MICROSOFT has laid much of the blame for the international cyber attack that has hit the NHS firmly at the door of the US as it called on governments around the world to use it as a ‘wake-up call’.
Brad Smith, the technology firm’s president and chief legal officer, criticised US intelligence agencies the CIA and the National Security Agency (NSA) for ‘stockpiling’ software code which could be exploited by hackers.
Mr Smith said the ‘ransomware’ attacks had used data stolen from the NSA earlier this year — which contained information on software vulnerabilities the government had hoped to hoard – and subsequently leaked them online.
In a blog post, he said: ‘An equivalent scenario with conventional weapons would be the US military having some of its Tomahawk missiles stolen.
‘And this most recent attack represents a completely unintended but disconcerting link between the two most serious forms of cyber security threats in the world today – nation-state action and organised criminal action.’
Meanwhile, Russian President Vladimir Putin said that Russia was not behind the attack.
Around 1,000 computers at the Russian Interior Ministry are thought to have been affected.
Putin said Russia had last year sought an agreement with the previous US administration on cooperation in the field of cyber security, but that Washington had dragged its feet and no deal was concluded.
It comes after more than 200,000 victims in around 150 countries were infected by the ransomware which originated in the UK and Spain on Friday before spreading around the world.
The attack, known as ‘WannaCry’ had a major impact across Asia as workers there returned to work on Monday, with Chinese state media saying almost 30,000 institutions there had been infected.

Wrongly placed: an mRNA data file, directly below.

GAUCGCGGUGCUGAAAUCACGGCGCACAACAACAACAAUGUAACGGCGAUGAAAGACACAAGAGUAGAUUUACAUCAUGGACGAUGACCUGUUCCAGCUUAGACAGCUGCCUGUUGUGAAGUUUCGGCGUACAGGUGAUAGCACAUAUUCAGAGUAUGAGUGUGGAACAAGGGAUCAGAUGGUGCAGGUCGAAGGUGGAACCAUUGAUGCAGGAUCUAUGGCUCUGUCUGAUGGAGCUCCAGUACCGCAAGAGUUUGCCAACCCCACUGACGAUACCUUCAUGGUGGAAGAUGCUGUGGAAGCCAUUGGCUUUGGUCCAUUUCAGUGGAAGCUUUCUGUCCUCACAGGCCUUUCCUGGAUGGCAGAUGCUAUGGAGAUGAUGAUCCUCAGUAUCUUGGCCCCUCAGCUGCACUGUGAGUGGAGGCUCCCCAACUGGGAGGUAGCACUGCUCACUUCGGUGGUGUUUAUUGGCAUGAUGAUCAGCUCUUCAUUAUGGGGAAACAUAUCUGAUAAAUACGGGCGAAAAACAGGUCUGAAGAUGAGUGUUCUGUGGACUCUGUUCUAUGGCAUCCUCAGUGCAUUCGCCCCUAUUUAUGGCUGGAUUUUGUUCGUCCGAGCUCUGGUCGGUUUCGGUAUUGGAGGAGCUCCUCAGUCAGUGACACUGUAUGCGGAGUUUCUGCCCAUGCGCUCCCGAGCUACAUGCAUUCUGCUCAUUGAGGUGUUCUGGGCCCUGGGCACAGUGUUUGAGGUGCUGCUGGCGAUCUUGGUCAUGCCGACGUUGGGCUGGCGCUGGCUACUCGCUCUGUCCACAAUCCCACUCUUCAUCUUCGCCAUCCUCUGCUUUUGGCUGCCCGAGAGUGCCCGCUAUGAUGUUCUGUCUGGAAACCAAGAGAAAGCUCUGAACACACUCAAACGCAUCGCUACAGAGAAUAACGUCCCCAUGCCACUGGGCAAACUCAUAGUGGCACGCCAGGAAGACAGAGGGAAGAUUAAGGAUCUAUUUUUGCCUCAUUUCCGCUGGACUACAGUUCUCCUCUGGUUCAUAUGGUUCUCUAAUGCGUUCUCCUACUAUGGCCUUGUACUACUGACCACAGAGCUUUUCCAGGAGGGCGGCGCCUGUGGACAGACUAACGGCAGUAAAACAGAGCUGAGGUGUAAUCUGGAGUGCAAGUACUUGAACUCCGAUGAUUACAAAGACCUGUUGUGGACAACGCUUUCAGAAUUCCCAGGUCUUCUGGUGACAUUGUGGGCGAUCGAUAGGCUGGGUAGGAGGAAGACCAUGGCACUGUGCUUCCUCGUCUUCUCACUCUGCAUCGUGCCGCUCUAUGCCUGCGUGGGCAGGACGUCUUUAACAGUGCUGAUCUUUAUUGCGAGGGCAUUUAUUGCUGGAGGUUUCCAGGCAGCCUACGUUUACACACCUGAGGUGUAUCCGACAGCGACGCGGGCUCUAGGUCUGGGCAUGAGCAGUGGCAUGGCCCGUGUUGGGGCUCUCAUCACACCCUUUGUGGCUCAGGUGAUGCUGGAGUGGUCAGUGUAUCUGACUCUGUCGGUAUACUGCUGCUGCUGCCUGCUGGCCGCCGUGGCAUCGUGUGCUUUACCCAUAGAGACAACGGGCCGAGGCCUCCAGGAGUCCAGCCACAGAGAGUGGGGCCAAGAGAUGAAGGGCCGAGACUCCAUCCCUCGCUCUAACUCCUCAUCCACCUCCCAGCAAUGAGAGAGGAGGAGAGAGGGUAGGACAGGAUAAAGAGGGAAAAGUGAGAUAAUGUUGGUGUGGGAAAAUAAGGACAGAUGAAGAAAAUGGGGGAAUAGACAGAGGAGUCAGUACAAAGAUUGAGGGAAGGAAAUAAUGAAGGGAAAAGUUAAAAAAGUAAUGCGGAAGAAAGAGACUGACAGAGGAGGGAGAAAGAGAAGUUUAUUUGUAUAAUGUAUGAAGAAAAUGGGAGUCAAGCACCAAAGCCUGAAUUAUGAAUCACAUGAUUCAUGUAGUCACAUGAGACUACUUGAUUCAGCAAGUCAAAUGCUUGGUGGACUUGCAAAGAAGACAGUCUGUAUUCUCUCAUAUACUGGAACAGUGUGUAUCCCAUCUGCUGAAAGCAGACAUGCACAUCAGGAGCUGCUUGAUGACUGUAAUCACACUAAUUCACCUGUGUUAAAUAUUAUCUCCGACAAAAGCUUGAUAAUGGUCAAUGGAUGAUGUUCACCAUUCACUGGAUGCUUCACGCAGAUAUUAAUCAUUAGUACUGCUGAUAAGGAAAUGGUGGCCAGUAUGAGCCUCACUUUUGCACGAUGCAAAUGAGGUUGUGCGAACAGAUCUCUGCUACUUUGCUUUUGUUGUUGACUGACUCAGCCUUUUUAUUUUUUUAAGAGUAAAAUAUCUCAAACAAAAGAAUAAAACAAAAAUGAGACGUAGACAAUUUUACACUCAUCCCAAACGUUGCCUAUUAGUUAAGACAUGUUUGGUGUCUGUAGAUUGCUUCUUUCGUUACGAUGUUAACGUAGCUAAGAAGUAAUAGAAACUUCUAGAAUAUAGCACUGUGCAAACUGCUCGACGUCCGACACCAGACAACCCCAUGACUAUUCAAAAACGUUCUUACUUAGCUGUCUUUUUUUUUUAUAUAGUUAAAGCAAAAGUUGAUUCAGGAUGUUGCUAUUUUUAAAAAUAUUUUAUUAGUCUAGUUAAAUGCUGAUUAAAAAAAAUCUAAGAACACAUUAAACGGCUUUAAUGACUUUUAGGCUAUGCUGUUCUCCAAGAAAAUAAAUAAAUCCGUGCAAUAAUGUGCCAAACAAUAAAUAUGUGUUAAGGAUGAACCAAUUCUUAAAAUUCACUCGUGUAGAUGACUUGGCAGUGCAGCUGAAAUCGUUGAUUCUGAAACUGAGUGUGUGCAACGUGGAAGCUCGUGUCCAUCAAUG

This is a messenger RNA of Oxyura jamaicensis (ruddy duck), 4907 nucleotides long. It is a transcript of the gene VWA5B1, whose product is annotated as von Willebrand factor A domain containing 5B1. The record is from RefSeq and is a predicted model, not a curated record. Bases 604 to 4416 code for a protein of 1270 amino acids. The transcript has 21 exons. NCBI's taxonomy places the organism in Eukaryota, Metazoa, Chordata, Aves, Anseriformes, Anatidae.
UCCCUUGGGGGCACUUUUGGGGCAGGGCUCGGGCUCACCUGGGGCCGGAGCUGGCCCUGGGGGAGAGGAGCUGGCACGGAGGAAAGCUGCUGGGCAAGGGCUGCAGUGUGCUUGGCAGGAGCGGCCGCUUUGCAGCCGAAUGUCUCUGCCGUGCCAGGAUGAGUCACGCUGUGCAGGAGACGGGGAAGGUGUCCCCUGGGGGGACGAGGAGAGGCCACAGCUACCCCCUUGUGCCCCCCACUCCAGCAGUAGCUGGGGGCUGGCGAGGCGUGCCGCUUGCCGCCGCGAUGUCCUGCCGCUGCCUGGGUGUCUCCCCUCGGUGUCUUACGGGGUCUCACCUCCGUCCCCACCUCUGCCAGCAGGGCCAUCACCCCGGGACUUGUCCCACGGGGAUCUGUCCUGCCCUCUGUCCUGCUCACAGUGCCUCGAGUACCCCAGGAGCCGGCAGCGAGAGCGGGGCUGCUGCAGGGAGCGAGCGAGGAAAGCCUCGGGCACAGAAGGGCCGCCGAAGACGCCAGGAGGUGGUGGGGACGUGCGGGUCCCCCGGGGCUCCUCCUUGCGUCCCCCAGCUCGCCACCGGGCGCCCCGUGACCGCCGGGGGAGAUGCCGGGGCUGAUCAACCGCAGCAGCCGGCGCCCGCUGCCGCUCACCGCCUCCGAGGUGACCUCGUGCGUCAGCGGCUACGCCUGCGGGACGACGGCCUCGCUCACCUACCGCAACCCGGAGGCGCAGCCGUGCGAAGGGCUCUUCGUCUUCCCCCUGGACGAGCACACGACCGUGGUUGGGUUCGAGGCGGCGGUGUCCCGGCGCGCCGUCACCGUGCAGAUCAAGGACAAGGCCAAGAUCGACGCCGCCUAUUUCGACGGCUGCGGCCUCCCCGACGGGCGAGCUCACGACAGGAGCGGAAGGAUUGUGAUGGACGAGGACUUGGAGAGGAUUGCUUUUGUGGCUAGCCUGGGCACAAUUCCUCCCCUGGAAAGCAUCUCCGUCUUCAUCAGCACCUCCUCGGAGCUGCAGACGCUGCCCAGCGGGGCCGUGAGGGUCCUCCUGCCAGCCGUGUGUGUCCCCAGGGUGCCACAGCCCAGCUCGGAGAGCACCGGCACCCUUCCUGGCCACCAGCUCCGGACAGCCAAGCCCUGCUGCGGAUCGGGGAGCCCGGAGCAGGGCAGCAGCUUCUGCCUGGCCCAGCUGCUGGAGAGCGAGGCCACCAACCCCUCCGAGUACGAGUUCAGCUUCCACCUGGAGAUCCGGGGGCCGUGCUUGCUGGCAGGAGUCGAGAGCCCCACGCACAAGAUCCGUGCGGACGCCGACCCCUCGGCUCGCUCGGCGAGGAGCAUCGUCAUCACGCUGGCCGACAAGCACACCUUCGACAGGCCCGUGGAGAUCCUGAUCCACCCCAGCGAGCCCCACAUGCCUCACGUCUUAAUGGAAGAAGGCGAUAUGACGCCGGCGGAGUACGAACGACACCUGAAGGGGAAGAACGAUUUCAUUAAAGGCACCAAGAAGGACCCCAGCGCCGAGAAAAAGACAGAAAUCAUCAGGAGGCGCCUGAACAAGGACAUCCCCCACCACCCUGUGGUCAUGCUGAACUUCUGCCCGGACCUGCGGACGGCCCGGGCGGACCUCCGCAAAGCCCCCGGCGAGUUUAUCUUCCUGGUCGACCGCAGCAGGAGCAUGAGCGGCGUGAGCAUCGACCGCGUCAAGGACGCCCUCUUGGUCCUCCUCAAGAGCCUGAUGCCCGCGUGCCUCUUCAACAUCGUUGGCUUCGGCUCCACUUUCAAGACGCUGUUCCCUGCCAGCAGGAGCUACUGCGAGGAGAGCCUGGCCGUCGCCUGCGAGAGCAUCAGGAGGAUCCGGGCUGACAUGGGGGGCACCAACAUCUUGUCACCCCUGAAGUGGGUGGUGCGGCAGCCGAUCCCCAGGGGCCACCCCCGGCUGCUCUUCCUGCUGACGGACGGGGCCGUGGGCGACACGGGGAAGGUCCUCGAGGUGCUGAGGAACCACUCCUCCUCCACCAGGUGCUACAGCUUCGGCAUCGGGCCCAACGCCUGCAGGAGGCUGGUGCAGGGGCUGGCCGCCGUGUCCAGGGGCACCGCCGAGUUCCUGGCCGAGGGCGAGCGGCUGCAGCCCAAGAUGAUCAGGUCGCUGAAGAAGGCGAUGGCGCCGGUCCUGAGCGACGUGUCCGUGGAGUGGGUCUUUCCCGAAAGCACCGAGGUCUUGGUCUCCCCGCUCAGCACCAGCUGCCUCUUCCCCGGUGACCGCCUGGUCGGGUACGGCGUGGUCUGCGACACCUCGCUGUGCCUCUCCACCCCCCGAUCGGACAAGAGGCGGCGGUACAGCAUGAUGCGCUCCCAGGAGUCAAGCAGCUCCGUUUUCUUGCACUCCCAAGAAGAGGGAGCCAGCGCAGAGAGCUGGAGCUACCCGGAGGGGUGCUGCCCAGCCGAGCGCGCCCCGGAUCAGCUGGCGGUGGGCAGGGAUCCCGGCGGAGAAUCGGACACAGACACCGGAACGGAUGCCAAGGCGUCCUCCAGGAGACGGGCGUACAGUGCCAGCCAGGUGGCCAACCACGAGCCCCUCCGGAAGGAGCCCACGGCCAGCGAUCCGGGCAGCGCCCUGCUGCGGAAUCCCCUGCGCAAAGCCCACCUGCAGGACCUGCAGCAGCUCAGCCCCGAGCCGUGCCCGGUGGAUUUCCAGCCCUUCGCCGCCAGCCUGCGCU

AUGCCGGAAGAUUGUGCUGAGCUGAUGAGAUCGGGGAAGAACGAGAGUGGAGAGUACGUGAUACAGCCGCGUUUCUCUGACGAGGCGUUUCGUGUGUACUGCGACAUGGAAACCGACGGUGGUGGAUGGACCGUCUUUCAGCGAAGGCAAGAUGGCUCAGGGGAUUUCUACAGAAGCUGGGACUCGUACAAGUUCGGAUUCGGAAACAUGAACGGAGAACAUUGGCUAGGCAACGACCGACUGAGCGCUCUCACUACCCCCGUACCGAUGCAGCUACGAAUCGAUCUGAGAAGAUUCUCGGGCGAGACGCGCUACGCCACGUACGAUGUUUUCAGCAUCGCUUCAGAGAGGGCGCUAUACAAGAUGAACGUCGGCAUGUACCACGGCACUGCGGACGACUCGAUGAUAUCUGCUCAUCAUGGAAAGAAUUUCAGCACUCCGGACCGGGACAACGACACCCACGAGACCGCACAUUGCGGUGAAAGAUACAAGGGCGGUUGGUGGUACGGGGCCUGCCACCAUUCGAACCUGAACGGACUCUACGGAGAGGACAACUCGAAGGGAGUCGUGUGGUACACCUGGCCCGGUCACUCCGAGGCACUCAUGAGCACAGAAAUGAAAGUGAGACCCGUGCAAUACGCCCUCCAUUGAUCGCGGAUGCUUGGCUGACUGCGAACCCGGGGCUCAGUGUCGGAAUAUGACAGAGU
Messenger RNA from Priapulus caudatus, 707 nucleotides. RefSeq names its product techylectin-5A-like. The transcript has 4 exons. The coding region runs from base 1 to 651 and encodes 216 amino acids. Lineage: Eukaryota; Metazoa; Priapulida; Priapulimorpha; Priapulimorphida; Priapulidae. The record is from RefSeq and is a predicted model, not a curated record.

The NHS was one of many major global organisations affected, with 47 trusts hit.
Health Secretary Jeremy Hunt (pictured) today confirmed there has not been a second wave of cyber attacks on NHS trusts.
In his first public comments since the attack on Friday, Mr Hunt told Sky News: ‘I have this morning been briefed by GCHQ and the National Cyber Security Centre, and according to our latest intelligence, we have not seen a second wave of attacks and the level of criminal activity is at the lower end of the range that we had anticipated, and so I think that is encouraging.’
Liberal Democrat leader Tim Farron said Conservative cutbacks had put people at risk.
‘Cutting of security for the system and, indeed, their undermining of funding for the NHS as a whole, has put patients, and, indeed, our whole health service, at risk.’
Home Secretary Amber Rudd is to chair a meeting of the Government’s emergency Cobra committee at the Cabinet Office on Whitehall at 5pm on Monday to assess progress on dealing with the attack.
In its latest update on the incident Europol, the EU’s law enforcement agency, said it was the ‘largest ransomware attack observed in history’.